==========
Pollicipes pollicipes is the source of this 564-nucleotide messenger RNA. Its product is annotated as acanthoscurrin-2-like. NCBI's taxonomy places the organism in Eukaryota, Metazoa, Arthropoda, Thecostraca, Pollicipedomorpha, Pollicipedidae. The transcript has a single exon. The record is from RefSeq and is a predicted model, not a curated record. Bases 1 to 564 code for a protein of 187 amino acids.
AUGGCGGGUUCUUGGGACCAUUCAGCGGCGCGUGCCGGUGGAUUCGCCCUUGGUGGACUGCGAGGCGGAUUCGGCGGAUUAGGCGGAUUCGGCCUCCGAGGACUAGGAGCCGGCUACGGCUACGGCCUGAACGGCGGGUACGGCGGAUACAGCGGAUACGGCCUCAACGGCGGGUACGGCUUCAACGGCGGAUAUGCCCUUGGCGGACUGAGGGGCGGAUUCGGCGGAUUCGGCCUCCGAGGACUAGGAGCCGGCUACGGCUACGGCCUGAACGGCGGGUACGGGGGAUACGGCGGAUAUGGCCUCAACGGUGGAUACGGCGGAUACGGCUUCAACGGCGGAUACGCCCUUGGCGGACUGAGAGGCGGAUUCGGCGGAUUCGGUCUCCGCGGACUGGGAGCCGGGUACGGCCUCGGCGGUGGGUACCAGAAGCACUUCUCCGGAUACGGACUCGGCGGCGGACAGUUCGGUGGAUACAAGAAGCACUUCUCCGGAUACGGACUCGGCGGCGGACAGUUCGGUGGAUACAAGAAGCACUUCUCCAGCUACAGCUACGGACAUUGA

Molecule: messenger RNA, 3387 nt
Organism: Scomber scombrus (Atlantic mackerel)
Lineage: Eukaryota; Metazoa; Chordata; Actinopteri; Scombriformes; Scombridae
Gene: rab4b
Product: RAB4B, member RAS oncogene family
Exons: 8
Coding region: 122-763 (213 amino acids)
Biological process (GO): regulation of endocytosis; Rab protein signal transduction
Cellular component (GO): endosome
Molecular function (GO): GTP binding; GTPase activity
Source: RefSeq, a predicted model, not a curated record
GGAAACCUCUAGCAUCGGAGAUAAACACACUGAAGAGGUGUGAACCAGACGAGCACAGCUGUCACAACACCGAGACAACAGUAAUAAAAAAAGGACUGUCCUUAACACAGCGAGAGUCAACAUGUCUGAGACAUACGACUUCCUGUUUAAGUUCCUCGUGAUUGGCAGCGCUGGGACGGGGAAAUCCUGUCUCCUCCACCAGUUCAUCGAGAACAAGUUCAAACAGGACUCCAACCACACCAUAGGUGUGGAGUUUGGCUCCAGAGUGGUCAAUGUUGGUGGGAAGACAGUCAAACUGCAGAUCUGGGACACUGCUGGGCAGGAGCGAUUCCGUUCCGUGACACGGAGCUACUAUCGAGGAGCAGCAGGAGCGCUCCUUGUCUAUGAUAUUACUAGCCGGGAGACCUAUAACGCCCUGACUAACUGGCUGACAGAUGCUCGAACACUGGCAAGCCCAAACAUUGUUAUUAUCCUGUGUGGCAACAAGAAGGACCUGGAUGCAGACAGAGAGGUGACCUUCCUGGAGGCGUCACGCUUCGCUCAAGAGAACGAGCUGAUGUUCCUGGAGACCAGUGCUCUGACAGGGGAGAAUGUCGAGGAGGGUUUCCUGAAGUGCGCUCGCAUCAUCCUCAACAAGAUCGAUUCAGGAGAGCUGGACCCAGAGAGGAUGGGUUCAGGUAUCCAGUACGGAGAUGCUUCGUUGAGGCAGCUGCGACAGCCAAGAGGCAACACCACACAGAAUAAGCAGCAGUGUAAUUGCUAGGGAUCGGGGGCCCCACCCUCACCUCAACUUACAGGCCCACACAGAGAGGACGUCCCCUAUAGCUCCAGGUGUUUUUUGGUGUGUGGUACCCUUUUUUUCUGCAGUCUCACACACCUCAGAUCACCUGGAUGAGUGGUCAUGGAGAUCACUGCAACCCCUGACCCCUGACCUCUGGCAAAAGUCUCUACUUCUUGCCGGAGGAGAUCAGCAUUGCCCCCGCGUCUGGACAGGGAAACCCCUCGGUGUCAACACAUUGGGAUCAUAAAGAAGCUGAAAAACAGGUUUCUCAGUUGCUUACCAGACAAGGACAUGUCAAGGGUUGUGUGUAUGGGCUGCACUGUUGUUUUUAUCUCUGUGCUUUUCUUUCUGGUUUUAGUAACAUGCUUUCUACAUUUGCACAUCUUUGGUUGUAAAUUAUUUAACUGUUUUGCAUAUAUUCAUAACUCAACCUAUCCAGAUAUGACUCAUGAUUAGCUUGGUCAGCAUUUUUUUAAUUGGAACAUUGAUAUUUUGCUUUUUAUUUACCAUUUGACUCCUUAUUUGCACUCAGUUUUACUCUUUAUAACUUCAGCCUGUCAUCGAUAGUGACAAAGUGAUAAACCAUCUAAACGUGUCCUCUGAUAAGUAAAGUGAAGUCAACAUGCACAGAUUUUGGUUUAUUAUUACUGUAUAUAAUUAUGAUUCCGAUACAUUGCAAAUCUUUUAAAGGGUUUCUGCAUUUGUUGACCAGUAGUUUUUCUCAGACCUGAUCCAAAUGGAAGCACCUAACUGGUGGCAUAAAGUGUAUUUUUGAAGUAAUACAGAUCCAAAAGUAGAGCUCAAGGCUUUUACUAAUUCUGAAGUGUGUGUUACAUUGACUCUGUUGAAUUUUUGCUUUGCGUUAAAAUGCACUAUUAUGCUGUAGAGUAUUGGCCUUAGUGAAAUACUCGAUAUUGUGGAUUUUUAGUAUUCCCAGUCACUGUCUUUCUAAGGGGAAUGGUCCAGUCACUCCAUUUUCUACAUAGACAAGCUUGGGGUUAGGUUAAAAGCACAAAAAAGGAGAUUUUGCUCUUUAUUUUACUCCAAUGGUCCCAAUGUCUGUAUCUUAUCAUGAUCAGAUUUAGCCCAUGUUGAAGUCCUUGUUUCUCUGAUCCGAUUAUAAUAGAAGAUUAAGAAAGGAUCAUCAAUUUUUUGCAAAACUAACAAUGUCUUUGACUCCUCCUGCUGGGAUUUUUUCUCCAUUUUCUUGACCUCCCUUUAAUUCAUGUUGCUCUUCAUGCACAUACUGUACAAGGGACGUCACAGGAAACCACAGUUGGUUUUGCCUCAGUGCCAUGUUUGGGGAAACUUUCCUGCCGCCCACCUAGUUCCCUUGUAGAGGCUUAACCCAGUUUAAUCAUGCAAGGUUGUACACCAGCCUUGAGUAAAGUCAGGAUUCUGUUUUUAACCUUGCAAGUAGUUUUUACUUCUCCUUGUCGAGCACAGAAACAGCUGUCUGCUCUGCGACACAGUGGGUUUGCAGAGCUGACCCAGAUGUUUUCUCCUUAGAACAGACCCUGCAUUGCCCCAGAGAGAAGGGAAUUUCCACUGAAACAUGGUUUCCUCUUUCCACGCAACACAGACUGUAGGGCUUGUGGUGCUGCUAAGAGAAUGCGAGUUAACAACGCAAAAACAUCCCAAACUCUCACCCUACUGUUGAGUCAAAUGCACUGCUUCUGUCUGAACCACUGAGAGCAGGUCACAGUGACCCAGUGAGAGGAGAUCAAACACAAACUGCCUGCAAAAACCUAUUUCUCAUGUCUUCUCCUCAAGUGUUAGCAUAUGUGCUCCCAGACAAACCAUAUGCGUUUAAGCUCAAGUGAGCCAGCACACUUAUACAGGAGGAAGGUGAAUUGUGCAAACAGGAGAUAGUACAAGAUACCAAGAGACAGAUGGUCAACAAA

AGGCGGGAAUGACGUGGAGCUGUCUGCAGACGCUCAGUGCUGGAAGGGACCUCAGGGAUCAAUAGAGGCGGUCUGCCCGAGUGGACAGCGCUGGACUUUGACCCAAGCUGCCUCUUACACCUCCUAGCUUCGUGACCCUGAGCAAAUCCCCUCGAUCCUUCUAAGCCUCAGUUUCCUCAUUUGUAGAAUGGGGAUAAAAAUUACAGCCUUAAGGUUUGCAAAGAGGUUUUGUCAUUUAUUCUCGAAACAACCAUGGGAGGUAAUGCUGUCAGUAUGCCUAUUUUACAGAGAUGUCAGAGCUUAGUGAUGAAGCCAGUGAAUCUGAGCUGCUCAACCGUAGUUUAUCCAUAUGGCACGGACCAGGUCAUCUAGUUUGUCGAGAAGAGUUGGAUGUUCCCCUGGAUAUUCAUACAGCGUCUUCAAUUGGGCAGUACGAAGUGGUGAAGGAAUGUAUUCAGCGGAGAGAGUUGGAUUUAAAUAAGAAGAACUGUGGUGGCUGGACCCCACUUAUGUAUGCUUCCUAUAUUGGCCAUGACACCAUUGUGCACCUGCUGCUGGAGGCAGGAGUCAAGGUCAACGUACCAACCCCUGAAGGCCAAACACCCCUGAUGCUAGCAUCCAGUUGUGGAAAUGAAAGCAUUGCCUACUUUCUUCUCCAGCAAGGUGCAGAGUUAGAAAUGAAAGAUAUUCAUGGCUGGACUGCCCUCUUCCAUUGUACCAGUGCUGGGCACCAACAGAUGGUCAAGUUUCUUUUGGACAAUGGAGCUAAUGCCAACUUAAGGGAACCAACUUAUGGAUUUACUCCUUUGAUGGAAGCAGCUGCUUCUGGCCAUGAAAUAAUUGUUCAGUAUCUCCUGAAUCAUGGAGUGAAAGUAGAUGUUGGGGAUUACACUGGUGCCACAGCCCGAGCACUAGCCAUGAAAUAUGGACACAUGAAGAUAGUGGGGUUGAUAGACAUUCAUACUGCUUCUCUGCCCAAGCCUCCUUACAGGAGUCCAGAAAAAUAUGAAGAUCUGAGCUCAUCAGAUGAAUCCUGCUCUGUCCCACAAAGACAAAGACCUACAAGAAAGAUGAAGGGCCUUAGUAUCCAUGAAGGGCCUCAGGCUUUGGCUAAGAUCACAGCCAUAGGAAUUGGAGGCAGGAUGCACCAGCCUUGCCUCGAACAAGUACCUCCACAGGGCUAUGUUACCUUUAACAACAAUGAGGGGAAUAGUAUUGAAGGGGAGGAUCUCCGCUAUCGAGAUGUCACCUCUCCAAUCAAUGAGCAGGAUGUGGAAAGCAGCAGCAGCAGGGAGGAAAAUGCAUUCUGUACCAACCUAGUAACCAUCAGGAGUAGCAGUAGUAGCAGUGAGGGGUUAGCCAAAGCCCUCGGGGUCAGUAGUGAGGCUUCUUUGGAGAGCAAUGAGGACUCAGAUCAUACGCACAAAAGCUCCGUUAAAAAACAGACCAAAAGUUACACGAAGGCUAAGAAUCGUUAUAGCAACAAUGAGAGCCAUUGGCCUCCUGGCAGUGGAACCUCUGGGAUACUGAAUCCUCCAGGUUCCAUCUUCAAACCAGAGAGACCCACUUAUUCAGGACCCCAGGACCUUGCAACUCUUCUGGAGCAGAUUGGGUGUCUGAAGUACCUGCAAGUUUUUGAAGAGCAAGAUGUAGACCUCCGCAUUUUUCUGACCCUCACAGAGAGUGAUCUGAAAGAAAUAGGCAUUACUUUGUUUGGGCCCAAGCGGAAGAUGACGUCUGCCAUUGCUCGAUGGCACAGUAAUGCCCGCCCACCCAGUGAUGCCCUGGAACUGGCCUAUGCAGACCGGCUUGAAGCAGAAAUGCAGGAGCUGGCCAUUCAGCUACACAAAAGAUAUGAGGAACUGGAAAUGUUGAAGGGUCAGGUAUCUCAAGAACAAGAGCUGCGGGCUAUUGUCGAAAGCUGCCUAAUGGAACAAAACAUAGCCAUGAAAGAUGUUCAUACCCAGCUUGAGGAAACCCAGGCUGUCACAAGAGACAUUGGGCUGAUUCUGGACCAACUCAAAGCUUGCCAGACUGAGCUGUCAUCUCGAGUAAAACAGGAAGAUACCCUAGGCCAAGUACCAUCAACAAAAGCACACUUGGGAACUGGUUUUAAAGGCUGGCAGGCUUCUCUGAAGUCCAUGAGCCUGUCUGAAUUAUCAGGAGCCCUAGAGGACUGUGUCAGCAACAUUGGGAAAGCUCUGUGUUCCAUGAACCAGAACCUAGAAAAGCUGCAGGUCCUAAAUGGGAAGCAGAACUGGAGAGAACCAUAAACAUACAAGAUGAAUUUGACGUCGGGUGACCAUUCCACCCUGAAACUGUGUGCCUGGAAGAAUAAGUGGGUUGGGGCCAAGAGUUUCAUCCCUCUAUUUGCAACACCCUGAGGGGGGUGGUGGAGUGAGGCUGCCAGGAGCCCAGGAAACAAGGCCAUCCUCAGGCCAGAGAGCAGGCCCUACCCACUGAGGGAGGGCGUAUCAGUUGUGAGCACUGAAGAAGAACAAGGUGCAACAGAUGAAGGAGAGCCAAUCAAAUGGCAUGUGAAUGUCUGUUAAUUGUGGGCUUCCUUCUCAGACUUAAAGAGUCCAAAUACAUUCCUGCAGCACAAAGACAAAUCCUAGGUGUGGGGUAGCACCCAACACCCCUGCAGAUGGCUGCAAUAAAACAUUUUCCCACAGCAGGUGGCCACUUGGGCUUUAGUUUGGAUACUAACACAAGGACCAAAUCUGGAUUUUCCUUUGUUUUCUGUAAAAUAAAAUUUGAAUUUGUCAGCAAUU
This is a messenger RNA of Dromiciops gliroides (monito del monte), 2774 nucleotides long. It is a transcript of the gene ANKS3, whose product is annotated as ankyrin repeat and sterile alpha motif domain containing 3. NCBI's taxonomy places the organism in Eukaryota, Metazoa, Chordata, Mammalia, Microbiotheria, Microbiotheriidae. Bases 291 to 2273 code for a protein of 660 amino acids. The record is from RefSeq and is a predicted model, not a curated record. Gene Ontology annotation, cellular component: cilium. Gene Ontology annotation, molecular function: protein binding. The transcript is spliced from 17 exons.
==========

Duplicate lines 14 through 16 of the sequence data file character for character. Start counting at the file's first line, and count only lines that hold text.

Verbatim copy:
GGAAACCUCUAGCAUCGGAGAUAAACACACUGAAGAGGUGUGAACCAGACGAGCACAGCUGUCACAACACCGAGACAACAGUAAUAAAAAAAGGACUGUCCUUAACACAGCGAGAGUCAACAUGUCUGAGACAUACGACUUCCUGUUUAAGUUCCUCGUGAUUGGCAGCGCUGGGACGGGGAAAUCCUGUCUCCUCCACCAGUUCAUCGAGAACAAGUUCAAACAGGACUCCAACCACACCAUAGGUGUGGAGUUUGGCUCCAGAGUGGUCAAUGUUGGUGGGAAGACAGUCAAACUGCAGAUCUGGGACACUGCUGGGCAGGAGCGAUUCCGUUCCGUGACACGGAGCUACUAUCGAGGAGCAGCAGGAGCGCUCCUUGUCUAUGAUAUUACUAGCCGGGAGACCUAUAACGCCCUGACUAACUGGCUGACAGAUGCUCGAACACUGGCAAGCCCAAACAUUGUUAUUAUCCUGUGUGGCAACAAGAAGGACCUGGAUGCAGACAGAGAGGUGACCUUCCUGGAGGCGUCACGCUUCGCUCAAGAGAACGAGCUGAUGUUCCUGGAGACCAGUGCUCUGACAGGGGAGAAUGUCGAGGAGGGUUUCCUGAAGUGCGCUCGCAUCAUCCUCAACAAGAUCGAUUCAGGAGAGCUGGACCCAGAGAGGAUGGGUUCAGGUAUCCAGUACGGAGAUGCUUCGUUGAGGCAGCUGCGACAGCCAAGAGGCAACACCACACAGAAUAAGCAGCAGUGUAAUUGCUAGGGAUCGGGGGCCCCACCCUCACCUCAACUUACAGGCCCACACAGAGAGGACGUCCCCUAUAGCUCCAGGUGUUUUUUGGUGUGUGGUACCCUUUUUUUCUGCAGUCUCACACACCUCAGAUCACCUGGAUGAGUGGUCAUGGAGAUCACUGCAACCCCUGACCCCUGACCUCUGGCAAAAGUCUCUACUUCUUGCCGGAGGAGAUCAGCAUUGCCCCCGCGUCUGGACAGGGAAACCCCUCGGUGUCAACACAUUGGGAUCAUAAAGAAGCUGAAAAACAGGUUUCUCAGUUGCUUACCAGACAAGGACAUGUCAAGGGUUGUGUGUAUGGGCUGCACUGUUGUUUUUAUCUCUGUGCUUUUCUUUCUGGUUUUAGUAACAUGCUUUCUACAUUUGCACAUCUUUGGUUGUAAAUUAUUUAACUGUUUUGCAUAUAUUCAUAACUCAACCUAUCCAGAUAUGACUCAUGAUUAGCUUGGUCAGCAUUUUUUUAAUUGGAACAUUGAUAUUUUGCUUUUUAUUUACCAUUUGACUCCUUAUUUGCACUCAGUUUUACUCUUUAUAACUUCAGCCUGUCAUCGAUAGUGACAAAGUGAUAAACCAUCUAAACGUGUCCUCUGAUAAGUAAAGUGAAGUCAACAUGCACAGAUUUUGGUUUAUUAUUACUGUAUAUAAUUAUGAUUCCGAUACAUUGCAAAUCUUUUAAAGGGUUUCUGCAUUUGUUGACCAGUAGUUUUUCUCAGACCUGAUCCAAAUGGAAGCACCUAACUGGUGGCAUAAAGUGUAUUUUUGAAGUAAUACAGAUCCAAAAGUAGAGCUCAAGGCUUUUACUAAUUCUGAAGUGUGUGUUACAUUGACUCUGUUGAAUUUUUGCUUUGCGUUAAAAUGCACUAUUAUGCUGUAGAGUAUUGGCCUUAGUGAAAUACUCGAUAUUGUGGAUUUUUAGUAUUCCCAGUCACUGUCUUUCUAAGGGGAAUGGUCCAGUCACUCCAUUUUCUACAUAGACAAGCUUGGGGUUAGGUUAAAAGCACAAAAAAGGAGAUUUUGCUCUUUAUUUUACUCCAAUGGUCCCAAUGUCUGUAUCUUAUCAUGAUCAGAUUUAGCCCAUGUUGAAGUCCUUGUUUCUCUGAUCCGAUUAUAAUAGAAGAUUAAGAAAGGAUCAUCAAUUUUUUGCAAAACUAACAAUGUCUUUGACUCCUCCUGCUGGGAUUUUUUCUCCAUUUUCUUGACCUCCCUUUAAUUCAUGUUGCUCUUCAUGCACAUACUGUACAAGGGACGUCACAGGAAACCACAGUUGGUUUUGCCUCAGUGCCAUGUUUGGGGAAACUUUCCUGCCGCCCACCUAGUUCCCUUGUAGAGGCUUAACCCAGUUUAAUCAUGCAAGGUUGUACACCAGCCUUGAGUAAAGUCAGGAUUCUGUUUUUAACCUUGCAAGUAGUUUUUACUUCUCCUUGUCGAGCACAGAAACAGCUGUCUGCUCUGCGACACAGUGGGUUUGCAGAGCUGACCCAGAUGUUUUCUCCUUAGAACAGACCCUGCAUUGCCCCAGAGAGAAGGGAAUUUCCACUGAAACAUGGUUUCCUCUUUCCACGCAACACAGACUGUAGGGCUUGUGGUGCUGCUAAGAGAAUGCGAGUUAACAACGCAAAAACAUCCCAAACUCUCACCCUACUGUUGAGUCAAAUGCACUGCUUCUGUCUGAACCACUGAGAGCAGGUCACAGUGACCCAGUGAGAGGAGAUCAAACACAAACUGCCUGCAAAAACCUAUUUCUCAUGUCUUCUCCUCAAGUGUUAGCAUAUGUGCUCCCAGACAAACCAUAUGCGUUUAAGCUCAAGUGAGCCAGCACACUUAUACAGGAGGAAGGUGAAUUGUGCAAACAGGAGAUAGUACAAGAUACCAAGAGACAGAUGGUCAACAAA

AGGCGGGAAUGACGUGGAGCUGUCUGCAGACGCUCAGUGCUGGAAGGGACCUCAGGGAUCAAUAGAGGCGGUCUGCCCGAGUGGACAGCGCUGGACUUUGACCCAAGCUGCCUCUUACACCUCCUAGCUUCGUGACCCUGAGCAAAUCCCCUCGAUCCUUCUAAGCCUCAGUUUCCUCAUUUGUAGAAUGGGGAUAAAAAUUACAGCCUUAAGGUUUGCAAAGAGGUUUUGUCAUUUAUUCUCGAAACAACCAUGGGAGGUAAUGCUGUCAGUAUGCCUAUUUUACAGAGAUGUCAGAGCUUAGUGAUGAAGCCAGUGAAUCUGAGCUGCUCAACCGUAGUUUAUCCAUAUGGCACGGACCAGGUCAUCUAGUUUGUCGAGAAGAGUUGGAUGUUCCCCUGGAUAUUCAUACAGCGUCUUCAAUUGGGCAGUACGAAGUGGUGAAGGAAUGUAUUCAGCGGAGAGAGUUGGAUUUAAAUAAGAAGAACUGUGGUGGCUGGACCCCACUUAUGUAUGCUUCCUAUAUUGGCCAUGACACCAUUGUGCACCUGCUGCUGGAGGCAGGAGUCAAGGUCAACGUACCAACCCCUGAAGGCCAAACACCCCUGAUGCUAGCAUCCAGUUGUGGAAAUGAAAGCAUUGCCUACUUUCUUCUCCAGCAAGGUGCAGAGUUAGAAAUGAAAGAUAUUCAUGGCUGGACUGCCCUCUUCCAUUGUACCAGUGCUGGGCACCAACAGAUGGUCAAGUUUCUUUUGGACAAUGGAGCUAAUGCCAACUUAAGGGAACCAACUUAUGGAUUUACUCCUUUGAUGGAAGCAGCUGCUUCUGGCCAUGAAAUAAUUGUUCAGUAUCUCCUGAAUCAUGGAGUGAAAGUAGAUGUUGGGGAUUACACUGGUGCCACAGCCCGAGCACUAGCCAUGAAAUAUGGACACAUGAAGAUAGUGGGGUUGAUAGACAUUCAUACUGCUUCUCUGCCCAAGCCUCCUUACAGGAGUCCAGAAAAAUAUGAAGAUCUGAGCUCAUCAGAUGAAUCCUGCUCUGUCCCACAAAGACAAAGACCUACAAGAAAGAUGAAGGGCCUUAGUAUCCAUGAAGGGCCUCAGGCUUUGGCUAAGAUCACAGCCAUAGGAAUUGGAGGCAGGAUGCACCAGCCUUGCCUCGAACAAGUACCUCCACAGGGCUAUGUUACCUUUAACAACAAUGAGGGGAAUAGUAUUGAAGGGGAGGAUCUCCGCUAUCGAGAUGUCACCUCUCCAAUCAAUGAGCAGGAUGUGGAAAGCAGCAGCAGCAGGGAGGAAAAUGCAUUCUGUACCAACCUAGUAACCAUCAGGAGUAGCAGUAGUAGCAGUGAGGGGUUAGCCAAAGCCCUCGGGGUCAGUAGUGAGGCUUCUUUGGAGAGCAAUGAGGACUCAGAUCAUACGCACAAAAGCUCCGUUAAAAAACAGACCAAAAGUUACACGAAGGCUAAGAAUCGUUAUAGCAACAAUGAGAGCCAUUGGCCUCCUGGCAGUGGAACCUCUGGGAUACUGAAUCCUCCAGGUUCCAUCUUCAAACCAGAGAGACCCACUUAUUCAGGACCCCAGGACCUUGCAACUCUUCUGGAGCAGAUUGGGUGUCUGAAGUACCUGCAAGUUUUUGAAGAGCAAGAUGUAGACCUCCGCAUUUUUCUGACCCUCACAGAGAGUGAUCUGAAAGAAAUAGGCAUUACUUUGUUUGGGCCCAAGCGGAAGAUGACGUCUGCCAUUGCUCGAUGGCACAGUAAUGCCCGCCCACCCAGUGAUGCCCUGGAACUGGCCUAUGCAGACCGGCUUGAAGCAGAAAUGCAGGAGCUGGCCAUUCAGCUACACAAAAGAUAUGAGGAACUGGAAAUGUUGAAGGGUCAGGUAUCUCAAGAACAAGAGCUGCGGGCUAUUGUCGAAAGCUGCCUAAUGGAACAAAACAUAGCCAUGAAAGAUGUUCAUACCCAGCUUGAGGAAACCCAGGCUGUCACAAGAGACAUUGGGCUGAUUCUGGACCAACUCAAAGCUUGCCAGACUGAGCUGUCAUCUCGAGUAAAACAGGAAGAUACCCUAGGCCAAGUACCAUCAACAAAAGCACACUUGGGAACUGGUUUUAAAGGCUGGCAGGCUUCUCUGAAGUCCAUGAGCCUGUCUGAAUUAUCAGGAGCCCUAGAGGACUGUGUCAGCAACAUUGGGAAAGCUCUGUGUUCCAUGAACCAGAACCUAGAAAAGCUGCAGGUCCUAAAUGGGAAGCAGAACUGGAGAGAACCAUAAACAUACAAGAUGAAUUUGACGUCGGGUGACCAUUCCACCCUGAAACUGUGUGCCUGGAAGAAUAAGUGGGUUGGGGCCAAGAGUUUCAUCCCUCUAUUUGCAACACCCUGAGGGGGGUGGUGGAGUGAGGCUGCCAGGAGCCCAGGAAACAAGGCCAUCCUCAGGCCAGAGAGCAGGCCCUACCCACUGAGGGAGGGCGUAUCAGUUGUGAGCACUGAAGAAGAACAAGGUGCAACAGAUGAAGGAGAGCCAAUCAAAUGGCAUGUGAAUGUCUGUUAAUUGUGGGCUUCCUUCUCAGACUUAAAGAGUCCAAAUACAUUCCUGCAGCACAAAGACAAAUCCUAGGUGUGGGGUAGCACCCAACACCCCUGCAGAUGGCUGCAAUAAAACAUUUUCCCACAGCAGGUGGCCACUUGGGCUUUAGUUUGGAUACUAACACAAGGACCAAAUCUGGAUUUUCCUUUGUUUUCUGUAAAAUAAAAUUUGAAUUUGUCAGCAAUU
This is a messenger RNA of Dromiciops gliroides (monito del monte), 2774 nucleotides long. It is a transcript of the gene ANKS3, whose product is annotated as ankyrin repeat and sterile alpha motif domain containing 3. NCBI's taxonomy places the organism in Eukaryota, Metazoa, Chordata, Mammalia, Microbiotheria, Microbiotheriidae. Bases 291 to 2273 code for a protein of 660 amino acids. The record is from RefSeq and is a predicted model, not a curated record. Gene Ontology annotation, cellular component: cilium. Gene Ontology annotation, molecular function: protein binding. The transcript is spliced from 17 exons.